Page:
“You don’t sound very excited about it,” he commented.
Well, how could I? It was a dead end job, but the money was stable and that’s all I seemed to care about anymore. Safety. I wasn’t one for taking risks. Ben was safe. I wasn’t like Jessica, who practically emptied her bank account to donate her money to a soup kitchen. Stop comparing yourself to her. But I couldn’t help it. I couldn’t help but notice the irony in how our roles were reversed. Now she was the one with her shit together and I was the struggling one. Maybe I deserve this.
I shrugged at him.
“Are you any good?”
“I think so, yeah.”
He made an indistinct sound in his throat.
“What do you do?”
“I’m the VP of Marketing.”
“Sounds fun,” I said, echoing his deadpan tone.
His fingers rapped on the wood. “It’s okay, but what I really want is to become CEO. My dad is retiring soon. Luke’s dad is safely out of the way, so that goody-goody bore definitely won’t get the job. It’s a fight between me and my four siblings.”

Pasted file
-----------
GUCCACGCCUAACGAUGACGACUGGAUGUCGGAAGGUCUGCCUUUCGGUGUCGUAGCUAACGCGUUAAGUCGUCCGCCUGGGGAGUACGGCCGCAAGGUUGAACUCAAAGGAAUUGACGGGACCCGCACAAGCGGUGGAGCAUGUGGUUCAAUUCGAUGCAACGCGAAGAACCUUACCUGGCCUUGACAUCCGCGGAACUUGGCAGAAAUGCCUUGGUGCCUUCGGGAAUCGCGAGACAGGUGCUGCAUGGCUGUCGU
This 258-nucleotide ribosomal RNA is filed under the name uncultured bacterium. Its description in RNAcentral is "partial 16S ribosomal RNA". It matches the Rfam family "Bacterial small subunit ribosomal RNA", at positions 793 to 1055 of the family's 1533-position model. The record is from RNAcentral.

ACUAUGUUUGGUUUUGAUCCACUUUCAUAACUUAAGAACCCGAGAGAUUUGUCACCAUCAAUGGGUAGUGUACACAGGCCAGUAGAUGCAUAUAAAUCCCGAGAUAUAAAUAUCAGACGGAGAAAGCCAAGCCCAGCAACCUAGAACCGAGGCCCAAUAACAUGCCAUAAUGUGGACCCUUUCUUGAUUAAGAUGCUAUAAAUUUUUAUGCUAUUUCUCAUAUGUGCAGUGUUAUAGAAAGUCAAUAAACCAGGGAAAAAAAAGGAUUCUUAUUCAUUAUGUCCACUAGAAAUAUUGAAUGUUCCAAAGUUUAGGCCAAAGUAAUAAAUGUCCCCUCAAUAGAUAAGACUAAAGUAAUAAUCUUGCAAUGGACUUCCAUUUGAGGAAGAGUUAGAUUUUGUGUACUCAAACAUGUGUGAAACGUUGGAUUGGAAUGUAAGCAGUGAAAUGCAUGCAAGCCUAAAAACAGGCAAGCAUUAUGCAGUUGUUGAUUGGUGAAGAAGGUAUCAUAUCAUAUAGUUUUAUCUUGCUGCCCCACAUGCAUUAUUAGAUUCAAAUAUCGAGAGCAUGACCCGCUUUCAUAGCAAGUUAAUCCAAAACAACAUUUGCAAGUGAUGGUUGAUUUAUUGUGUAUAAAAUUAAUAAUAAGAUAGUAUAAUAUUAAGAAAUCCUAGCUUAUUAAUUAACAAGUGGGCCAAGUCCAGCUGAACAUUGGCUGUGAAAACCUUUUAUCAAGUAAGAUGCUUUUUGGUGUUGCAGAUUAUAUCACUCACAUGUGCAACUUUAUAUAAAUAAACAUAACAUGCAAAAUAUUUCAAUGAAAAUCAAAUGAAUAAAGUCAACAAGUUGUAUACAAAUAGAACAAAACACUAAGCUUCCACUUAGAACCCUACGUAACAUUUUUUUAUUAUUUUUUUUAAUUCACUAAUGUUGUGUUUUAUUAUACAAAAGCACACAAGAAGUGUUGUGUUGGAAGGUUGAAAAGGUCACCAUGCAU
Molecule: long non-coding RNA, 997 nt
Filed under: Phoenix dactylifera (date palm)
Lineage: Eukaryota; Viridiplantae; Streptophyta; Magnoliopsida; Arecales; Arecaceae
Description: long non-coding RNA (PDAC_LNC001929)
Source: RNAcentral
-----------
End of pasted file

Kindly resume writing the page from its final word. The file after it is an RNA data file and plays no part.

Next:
My mouth hung open in shock. Safely out of the way? “He’s dead, not safely out of the way!”
He merely shrugged at my indignation. “Yeah, so?” he said defensively. “He was a jerk. Even Luke admits it.” Will suddenly sniggered to himself in the darkness and I jumped at the noise.
A savage grin filled his face as he looked at me. “I couldn’t believe that he hired that girl just to fool his dad—spent tens of thousands on her and even after all that, his dad only left him five hundred grand. What an idiot.”
The backyard rang with his laughter. It was such an infectious, loud laugh that I couldn’t help but smile. The shock of something so rude being said out loud and the layer of truth within it softened how offensive it was. A small giggle escaped my mouth.